“He who reflects as a philosopher, that is, under every possible aspect, on realities such as guilt, freedom, or death; or he who considers the fundamental question as to the structure of being (‘What does it mean for something to be real?’), will certainly experience a progressively more profound insight into all that is, in the same measure as his cognitive analysis penetrates every deeper, and as his mind opens up ever more in dispassionate and receptive readiness. More profound insight, of course, is the philosopher’s aim. Still, properly speaking, we cannot maintain that the philosopher, through this approach, would discover things totally unknown thus far, totally unthought thus far, things altogether new and original.”
-Josef Pieper, In Defense of Philosophy
In this passage, Pieper goes on to assert an anamnetical principle, that whatever is discovered through philosophy, and indeed, through anything, is something of a remembrance, the discovery of what what had already been discovered; a re-discovery. The technical aspects of this claim are not, for the intention of this post, terribly important. What is important, however, is to see where Piepr actually goes wrong, as near as he is to the mark: certainly, the individual, natural sciences make the discoveries upon which philosophy reflects and ponders; but the impetus to the endeavors of these natural sciences is itself a manifestation of man’s innate philosophical quest. The two activities are distinct by convention, but not by nature. Every man is born to be a philosopher, and every philosopher is born to know.
The Victory Hop Devil. A perfect beer for the declining temperatures of mid-Autumn, and a great transition towards the darker beers that will be featured in the Winter months. Enjoy!
We’re trying, at present, to put together a print issue. It was supposed to be finished in September, but obviously circumstances changed our priorities, and so unfortunately we’re about a month behind with everything. The new issue should have a bit more aesthetic appeal, and may turn out longer than previous.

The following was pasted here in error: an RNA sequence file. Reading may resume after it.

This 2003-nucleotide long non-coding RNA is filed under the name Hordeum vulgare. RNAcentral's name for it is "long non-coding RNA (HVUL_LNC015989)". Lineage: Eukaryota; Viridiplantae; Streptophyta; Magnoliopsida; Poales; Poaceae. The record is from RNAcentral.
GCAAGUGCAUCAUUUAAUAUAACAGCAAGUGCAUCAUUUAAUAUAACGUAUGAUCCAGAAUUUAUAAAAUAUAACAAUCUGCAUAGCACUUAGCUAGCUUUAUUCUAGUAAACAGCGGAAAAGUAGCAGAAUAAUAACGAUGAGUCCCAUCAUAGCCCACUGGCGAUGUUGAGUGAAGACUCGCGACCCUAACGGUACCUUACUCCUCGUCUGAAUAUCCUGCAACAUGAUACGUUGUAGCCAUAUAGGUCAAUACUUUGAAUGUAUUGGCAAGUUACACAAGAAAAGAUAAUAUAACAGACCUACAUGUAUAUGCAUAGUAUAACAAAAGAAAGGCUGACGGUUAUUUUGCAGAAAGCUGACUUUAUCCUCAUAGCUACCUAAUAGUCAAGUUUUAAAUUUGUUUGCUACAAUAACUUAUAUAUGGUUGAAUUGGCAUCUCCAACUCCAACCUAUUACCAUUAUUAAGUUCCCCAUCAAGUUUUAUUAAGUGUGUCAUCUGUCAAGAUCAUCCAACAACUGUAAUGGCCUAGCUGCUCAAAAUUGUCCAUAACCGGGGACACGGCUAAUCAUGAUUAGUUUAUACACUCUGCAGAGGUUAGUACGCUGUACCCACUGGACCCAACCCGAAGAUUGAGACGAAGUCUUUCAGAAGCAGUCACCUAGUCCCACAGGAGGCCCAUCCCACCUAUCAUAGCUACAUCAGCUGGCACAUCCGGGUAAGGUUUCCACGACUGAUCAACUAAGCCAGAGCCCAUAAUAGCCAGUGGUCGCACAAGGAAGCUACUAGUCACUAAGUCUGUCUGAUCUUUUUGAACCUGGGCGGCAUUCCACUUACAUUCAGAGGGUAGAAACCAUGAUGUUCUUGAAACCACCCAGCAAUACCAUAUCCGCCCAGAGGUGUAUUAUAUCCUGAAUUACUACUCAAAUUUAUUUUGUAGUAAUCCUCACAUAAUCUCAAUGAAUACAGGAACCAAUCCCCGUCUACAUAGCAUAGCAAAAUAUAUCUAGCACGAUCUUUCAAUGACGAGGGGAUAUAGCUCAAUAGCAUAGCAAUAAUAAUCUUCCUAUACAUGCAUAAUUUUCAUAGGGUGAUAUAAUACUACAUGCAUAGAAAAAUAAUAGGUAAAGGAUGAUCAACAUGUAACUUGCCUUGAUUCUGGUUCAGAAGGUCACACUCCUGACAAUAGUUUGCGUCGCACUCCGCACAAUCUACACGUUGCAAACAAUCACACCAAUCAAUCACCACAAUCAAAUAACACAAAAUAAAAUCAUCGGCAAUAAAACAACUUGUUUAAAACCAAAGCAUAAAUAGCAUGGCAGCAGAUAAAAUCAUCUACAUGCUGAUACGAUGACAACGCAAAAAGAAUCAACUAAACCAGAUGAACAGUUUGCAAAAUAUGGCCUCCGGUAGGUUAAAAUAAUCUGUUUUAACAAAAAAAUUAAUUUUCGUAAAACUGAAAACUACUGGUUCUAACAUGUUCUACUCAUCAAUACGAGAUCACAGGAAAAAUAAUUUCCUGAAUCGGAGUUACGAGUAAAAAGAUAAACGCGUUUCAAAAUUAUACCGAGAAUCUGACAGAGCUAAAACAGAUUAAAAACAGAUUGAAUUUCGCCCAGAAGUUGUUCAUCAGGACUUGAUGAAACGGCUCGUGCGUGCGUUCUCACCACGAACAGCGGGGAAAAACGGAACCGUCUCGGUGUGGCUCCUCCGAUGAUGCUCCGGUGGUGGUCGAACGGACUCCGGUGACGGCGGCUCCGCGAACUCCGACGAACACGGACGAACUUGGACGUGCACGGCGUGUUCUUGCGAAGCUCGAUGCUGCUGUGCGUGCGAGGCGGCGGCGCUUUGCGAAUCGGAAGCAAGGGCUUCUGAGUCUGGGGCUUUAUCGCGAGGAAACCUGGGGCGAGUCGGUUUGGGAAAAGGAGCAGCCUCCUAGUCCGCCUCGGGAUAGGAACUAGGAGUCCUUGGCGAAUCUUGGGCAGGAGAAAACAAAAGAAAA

If I can get around to it, there will be an article on the blog this week; there will also certainly be a Hilaritatem for October posted on Friday, and possibly a much-belated September beer.
“The real trouble with this world of ours is not that it is an unreasonable world, nor event hat it is a reasonable one. The commonest kind of trouble is that it is very nearly reasonable, but not quite. Life is not an illogicality; yet it is a trap for logicians. It looks just a little more mathematical and regular than it is; its exactitude is obvious, but its inexactitude is hidden; its wildness lies in wait. I give one coarse instance of what I mean. Suppose some mathematical creature from the moon were to reckon up the human body; he would at once see that the essential thing about it was that it was duplicate. A man is two men, he on the right exactly resembling him on the left. Having noted that there was an arm on the right and one on the left, a leg on the right and one on the left, he might go further and still find on each side the same number of fingers, the same number of toes, twin eyes, twin ears, twin nostrils, and even twin lobes of the brain. At last he would take it as a law; and then, where he found a heart on one side, would deduce that there was another heart on the other. And just then, where he most felt he was right, he would be wrong.”
-G.K. Chesterton, Orthodoxy
A brief lesson in why scientists must be humble.
“It is a matter often discussed why bakers are such excellent citizens and good men. For while it is admitted in every country I was ever in that cobblers are argumentative and atheists (I except the cobbler under Plinlimmon, concerning whom would to heaven I had the space to tell you all here, for he knows the legends of the mountain), while it is public that barbers are garrulous and servile, that millers are cheats (we say in Sussex that every honest miller has a large tuft of hair on the palm of his hand), yet—with every trade in the world having some bad equality attached to it—bakers alone are exempt, and every one takes it for granted that they are sterling: indeed, there are some societies in which, no matter how gloomy and churlish the conversation may have become, you have but to mention bakers for voices to brighten suddenly and for a good influence to pervade every one. I say this is known for a fact, but not usually explained; the explanation is, that bakers are always up early in the morning and can watch the dawn, and that in this occupation they live in lonely contemplation enjoying the early hours.”
-Hilaire Belloc, The Path to Rome
I say it’s because everyone loves bread; but lonely, solitary, quiet contemplation in the rising of God’s glorious creation might have something to do with it.
I must apologize to our readers for recent inactivity. On Monday, September 21st, a good man, good student, and good friend of many at Southern Catholic College died by an accidental drowning. The deceased is Kevin Sinnott, son of former Southern Ireland MEP Kathy Sinnott, who has campaigned widely for disability rights, the right to life, and the defeat of the Lisbon Treaty. Kevin was the 6th of her 9 children, and much loved by all who knew him well. The Irish Independent has a story on Kevin’s funeral here.
Requiescat in Pace